· Tulane failed to score on its opening drive for the first time all season.

· The Green Wave have now surpassed 100 yards rushing in 44 straight games. Tulane finished the game with 325 yards rushing.


· The Green Wave defensive starters were DL Patrick Johnson, LB Marvin Moody, CB Jaylon Monroe, DL De’Andre Williams, DL Cameron Sample, S P.J. Hall, LB Lawrence Graham, FS Chase Kuerschen, S Will Harper, NT Jeffery Johnson and CB Thakarius Keyes.

· Tulane’s defensive unit held Houston to just three second half points and held the Cougars to just 160 yards in the final 30 minutes.

· The Green Wave allowed 14 first quarter points which marked the first time all season a Tulane opponent has scored in the opening 15 minutes of the game.

· Patrick Johnson closed the night with a pair of tackles for loss and one sack. Johnson now has at least 0.5 sacks in 11 of his last 14 games dating back to last year.

· Monroe registered his first career interception in the first quarter.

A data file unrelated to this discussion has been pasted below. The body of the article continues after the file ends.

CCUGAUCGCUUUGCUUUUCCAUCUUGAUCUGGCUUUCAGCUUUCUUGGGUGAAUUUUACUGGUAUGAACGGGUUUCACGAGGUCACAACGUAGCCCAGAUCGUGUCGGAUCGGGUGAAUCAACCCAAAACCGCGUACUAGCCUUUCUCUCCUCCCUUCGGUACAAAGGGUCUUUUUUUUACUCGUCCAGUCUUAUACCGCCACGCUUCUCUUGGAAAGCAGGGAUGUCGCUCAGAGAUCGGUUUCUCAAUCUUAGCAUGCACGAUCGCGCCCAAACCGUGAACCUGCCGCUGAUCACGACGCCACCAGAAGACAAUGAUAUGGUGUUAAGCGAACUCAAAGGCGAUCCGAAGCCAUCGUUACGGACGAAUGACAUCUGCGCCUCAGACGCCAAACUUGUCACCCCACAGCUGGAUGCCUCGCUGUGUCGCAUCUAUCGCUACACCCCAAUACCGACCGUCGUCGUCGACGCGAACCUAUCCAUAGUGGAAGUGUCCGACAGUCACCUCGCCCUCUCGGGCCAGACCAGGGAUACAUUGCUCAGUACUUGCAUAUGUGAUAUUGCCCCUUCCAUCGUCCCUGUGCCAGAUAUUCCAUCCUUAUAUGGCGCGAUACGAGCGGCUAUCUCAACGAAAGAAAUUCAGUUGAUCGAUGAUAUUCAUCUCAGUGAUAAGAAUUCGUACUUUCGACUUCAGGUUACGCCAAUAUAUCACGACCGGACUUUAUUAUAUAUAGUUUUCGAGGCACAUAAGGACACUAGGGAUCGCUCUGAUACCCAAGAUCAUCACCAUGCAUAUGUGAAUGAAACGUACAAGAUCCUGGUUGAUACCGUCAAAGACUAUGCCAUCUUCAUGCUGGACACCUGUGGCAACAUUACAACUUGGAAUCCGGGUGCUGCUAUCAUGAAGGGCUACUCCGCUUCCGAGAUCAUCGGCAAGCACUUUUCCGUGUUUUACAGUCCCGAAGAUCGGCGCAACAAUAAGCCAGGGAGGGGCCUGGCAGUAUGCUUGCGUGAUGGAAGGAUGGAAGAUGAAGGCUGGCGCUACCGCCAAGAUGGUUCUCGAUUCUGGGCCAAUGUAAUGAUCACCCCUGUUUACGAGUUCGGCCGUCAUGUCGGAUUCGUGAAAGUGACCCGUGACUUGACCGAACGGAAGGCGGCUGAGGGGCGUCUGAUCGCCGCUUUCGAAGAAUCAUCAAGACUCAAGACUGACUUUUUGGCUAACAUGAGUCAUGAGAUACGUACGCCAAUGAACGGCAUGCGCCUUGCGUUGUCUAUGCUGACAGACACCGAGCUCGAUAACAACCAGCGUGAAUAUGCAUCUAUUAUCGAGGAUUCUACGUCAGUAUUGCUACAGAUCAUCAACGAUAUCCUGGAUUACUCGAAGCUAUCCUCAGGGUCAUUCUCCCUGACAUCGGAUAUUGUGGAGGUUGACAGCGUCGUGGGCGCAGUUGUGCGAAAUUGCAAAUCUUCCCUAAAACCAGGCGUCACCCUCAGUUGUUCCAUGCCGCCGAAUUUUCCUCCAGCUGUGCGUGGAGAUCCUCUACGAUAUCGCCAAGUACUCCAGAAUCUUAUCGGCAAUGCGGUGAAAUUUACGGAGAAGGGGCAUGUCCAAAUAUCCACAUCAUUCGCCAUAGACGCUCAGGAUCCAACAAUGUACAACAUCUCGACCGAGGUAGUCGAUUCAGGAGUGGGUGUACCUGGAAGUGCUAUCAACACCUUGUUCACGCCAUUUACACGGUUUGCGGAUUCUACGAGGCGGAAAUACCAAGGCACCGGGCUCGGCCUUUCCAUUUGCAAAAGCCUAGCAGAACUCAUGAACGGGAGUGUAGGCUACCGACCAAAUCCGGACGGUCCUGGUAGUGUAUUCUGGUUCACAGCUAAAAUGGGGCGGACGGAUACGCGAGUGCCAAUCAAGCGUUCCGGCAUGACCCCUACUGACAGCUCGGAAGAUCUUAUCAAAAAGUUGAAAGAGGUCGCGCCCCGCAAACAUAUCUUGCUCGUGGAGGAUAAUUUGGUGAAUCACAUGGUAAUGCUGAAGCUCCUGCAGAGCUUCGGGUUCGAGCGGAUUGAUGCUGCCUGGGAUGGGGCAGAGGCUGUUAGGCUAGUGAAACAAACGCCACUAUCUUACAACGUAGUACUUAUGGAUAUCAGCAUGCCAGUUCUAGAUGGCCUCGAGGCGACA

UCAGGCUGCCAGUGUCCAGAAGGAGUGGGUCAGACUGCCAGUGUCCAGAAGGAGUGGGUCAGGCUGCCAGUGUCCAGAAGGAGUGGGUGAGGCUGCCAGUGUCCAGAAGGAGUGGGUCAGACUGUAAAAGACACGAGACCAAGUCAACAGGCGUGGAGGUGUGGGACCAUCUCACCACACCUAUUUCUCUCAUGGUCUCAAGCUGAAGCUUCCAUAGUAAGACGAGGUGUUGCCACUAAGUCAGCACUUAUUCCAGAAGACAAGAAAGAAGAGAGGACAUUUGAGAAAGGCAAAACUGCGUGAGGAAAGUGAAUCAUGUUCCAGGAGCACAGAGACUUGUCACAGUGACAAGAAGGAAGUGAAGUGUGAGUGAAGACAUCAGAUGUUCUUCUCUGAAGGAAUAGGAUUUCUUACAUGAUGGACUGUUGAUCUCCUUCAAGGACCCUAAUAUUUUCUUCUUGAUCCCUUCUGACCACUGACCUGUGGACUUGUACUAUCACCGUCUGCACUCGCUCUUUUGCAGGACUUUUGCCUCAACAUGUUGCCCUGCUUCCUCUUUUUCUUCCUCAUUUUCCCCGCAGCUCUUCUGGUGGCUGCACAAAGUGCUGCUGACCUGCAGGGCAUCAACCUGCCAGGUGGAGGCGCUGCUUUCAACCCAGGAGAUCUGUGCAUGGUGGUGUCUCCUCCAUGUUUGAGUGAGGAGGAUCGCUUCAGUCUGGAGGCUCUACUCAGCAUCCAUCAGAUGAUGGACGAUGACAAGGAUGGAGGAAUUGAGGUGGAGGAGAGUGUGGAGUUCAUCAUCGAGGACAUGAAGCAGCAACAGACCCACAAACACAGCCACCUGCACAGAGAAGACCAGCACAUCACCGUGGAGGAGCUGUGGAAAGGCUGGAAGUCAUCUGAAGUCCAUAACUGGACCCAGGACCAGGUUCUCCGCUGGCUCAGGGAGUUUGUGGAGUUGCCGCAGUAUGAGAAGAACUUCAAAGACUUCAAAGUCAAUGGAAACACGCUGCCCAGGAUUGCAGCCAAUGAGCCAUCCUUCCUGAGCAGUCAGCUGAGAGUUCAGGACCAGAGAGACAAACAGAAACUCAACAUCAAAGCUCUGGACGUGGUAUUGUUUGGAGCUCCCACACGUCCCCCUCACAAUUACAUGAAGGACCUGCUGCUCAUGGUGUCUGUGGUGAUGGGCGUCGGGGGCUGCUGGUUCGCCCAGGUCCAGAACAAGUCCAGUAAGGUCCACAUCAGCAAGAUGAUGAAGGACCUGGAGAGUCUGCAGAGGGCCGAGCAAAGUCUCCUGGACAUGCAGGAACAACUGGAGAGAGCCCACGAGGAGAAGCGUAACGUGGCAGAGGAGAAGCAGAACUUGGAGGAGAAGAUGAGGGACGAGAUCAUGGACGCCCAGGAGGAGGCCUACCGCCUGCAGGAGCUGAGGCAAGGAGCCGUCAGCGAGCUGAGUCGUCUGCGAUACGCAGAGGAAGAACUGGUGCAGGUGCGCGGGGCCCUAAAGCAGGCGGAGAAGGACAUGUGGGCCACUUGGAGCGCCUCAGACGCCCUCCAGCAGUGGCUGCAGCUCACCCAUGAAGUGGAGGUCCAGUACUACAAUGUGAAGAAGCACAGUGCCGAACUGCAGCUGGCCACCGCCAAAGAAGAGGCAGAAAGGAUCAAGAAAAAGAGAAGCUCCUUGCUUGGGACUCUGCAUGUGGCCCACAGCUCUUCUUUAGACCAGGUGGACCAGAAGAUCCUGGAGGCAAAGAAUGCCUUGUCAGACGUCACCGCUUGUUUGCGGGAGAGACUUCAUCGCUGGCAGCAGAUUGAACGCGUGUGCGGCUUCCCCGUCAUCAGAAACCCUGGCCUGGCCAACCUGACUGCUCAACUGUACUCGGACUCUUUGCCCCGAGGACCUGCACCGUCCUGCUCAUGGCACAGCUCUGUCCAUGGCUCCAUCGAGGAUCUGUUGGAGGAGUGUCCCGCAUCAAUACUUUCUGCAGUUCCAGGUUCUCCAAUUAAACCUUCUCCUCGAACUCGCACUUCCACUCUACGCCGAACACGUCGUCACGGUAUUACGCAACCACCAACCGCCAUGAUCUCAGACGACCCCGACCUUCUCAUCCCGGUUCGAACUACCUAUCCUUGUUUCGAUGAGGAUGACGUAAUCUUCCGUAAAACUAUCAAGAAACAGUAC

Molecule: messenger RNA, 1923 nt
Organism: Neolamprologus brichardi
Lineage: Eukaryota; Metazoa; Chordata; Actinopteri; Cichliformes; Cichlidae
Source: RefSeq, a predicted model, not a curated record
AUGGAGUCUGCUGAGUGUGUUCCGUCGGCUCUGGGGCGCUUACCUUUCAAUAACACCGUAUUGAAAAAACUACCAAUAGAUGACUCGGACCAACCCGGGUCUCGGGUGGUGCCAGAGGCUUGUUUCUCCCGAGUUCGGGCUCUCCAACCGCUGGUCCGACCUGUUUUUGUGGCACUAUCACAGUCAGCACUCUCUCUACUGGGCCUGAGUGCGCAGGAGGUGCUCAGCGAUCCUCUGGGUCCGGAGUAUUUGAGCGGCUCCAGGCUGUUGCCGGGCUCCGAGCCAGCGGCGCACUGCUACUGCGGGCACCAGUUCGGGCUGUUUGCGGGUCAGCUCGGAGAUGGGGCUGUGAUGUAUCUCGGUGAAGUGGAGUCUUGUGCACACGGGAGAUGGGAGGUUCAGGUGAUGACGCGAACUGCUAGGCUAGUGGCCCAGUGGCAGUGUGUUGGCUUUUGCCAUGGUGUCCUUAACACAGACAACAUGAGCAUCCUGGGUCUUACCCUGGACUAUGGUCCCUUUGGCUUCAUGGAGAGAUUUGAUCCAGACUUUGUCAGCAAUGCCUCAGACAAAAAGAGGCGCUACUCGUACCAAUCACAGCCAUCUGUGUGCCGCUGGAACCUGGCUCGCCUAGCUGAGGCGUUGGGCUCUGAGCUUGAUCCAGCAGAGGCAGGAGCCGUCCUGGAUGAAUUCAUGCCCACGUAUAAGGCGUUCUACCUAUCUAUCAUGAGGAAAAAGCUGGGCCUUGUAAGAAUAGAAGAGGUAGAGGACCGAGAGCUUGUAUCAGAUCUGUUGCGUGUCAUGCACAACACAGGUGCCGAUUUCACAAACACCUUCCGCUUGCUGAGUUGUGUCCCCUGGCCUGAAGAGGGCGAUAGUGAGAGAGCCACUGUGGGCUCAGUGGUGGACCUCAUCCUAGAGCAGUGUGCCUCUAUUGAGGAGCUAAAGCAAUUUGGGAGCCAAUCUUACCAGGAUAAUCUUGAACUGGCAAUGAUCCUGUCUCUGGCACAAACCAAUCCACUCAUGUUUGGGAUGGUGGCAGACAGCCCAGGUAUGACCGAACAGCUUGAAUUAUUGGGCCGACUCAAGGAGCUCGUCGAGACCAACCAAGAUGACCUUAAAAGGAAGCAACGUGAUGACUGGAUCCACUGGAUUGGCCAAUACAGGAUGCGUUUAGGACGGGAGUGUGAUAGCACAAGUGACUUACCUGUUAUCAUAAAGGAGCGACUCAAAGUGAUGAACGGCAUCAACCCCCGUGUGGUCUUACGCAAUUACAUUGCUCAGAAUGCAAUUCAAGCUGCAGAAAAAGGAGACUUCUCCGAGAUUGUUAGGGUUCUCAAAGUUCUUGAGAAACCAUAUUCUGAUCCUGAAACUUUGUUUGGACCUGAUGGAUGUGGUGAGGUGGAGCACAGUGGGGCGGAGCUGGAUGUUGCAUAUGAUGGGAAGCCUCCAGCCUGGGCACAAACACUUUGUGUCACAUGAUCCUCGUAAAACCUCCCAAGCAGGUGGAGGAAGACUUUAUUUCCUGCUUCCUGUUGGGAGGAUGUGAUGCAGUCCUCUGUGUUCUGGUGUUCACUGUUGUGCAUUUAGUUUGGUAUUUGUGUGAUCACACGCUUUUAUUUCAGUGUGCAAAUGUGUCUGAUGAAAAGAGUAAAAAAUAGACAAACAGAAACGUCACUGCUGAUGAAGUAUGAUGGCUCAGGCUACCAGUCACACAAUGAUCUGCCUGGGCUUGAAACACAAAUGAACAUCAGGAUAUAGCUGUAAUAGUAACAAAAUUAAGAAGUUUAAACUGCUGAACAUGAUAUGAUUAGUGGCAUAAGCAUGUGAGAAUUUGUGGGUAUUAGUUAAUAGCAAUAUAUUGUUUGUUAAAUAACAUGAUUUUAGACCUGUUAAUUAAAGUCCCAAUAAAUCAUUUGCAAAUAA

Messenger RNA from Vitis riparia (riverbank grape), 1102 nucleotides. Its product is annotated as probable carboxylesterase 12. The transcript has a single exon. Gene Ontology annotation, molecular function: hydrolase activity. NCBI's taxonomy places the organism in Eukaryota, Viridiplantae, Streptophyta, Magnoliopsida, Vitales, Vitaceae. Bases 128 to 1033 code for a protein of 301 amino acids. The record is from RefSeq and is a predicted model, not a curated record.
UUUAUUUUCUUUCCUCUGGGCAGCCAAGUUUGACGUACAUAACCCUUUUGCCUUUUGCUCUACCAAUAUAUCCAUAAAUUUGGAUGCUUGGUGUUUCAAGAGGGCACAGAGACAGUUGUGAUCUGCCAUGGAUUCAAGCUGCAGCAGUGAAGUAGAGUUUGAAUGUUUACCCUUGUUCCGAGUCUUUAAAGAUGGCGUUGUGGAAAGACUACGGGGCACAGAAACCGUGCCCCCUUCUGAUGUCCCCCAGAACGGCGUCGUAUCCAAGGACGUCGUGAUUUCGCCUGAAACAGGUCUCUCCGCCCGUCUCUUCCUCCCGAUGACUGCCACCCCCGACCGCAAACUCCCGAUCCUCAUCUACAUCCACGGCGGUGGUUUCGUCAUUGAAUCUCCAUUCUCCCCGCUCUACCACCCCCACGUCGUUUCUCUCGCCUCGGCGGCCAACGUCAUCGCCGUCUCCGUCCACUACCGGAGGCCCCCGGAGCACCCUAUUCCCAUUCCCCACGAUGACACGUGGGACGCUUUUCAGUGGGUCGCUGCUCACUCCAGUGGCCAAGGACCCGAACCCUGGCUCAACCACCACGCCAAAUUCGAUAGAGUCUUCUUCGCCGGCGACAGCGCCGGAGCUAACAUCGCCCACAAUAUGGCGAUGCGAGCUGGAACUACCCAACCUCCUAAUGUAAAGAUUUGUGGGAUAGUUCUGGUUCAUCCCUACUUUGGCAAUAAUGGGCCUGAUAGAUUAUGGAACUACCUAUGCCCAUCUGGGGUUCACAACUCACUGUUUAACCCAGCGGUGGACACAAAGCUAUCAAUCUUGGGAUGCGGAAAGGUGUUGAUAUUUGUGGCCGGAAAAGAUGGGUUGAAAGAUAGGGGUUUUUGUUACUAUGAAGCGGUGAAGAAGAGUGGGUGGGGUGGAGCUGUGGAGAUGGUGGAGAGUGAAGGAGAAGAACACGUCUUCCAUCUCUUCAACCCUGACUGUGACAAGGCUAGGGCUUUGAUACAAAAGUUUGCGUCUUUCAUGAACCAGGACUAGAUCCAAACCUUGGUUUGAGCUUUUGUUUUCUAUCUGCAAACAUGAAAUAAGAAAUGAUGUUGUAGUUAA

· Ryan Wright’s 61-yard punt in the first quarter was his season-long.

· Wright finished the game with 208 punting yards (41.6).

· Senior kicker Merek Glover tied a career high, as he drilled a career-long 44-yard field goal.


Head Coach Willie Fritz
Opening Statement:
“It was an easy one, never in doubt. No, I did not think we played great in the first half. We shot ourselves in the foot a few times and got ourselves in a few bad downs and distances. I was just really proud of the effort throughout the ball game, offensively, defensively, made a few plays in the kicking game as well. It was a total team effort. Great play calls down there at the stretch.  We thought they might squib it. We had a little time. Great play call by coach [Will] Hall on the fumblerooski. We were trying to get the ball to the middle of the field so we could run it up and kick a field goal and Jalen [McCleskey] just made the guy miss and scored the touchdown.”

On practicing the fumblerooski:
“We have been practicing that since the spring.”

On the final touchdown:
“I was trying to get the referee to call a timeout.  Luckily, we had one more timeout so we could throw the ball any place on the field. I was just getting ready to call timeout and then he just got away a little bit and I thought shoot he is going to score. He has tremendous speed.  A big, big play for him. We have been trying to get him loose here for the first few weeks. I think we got him loose today.”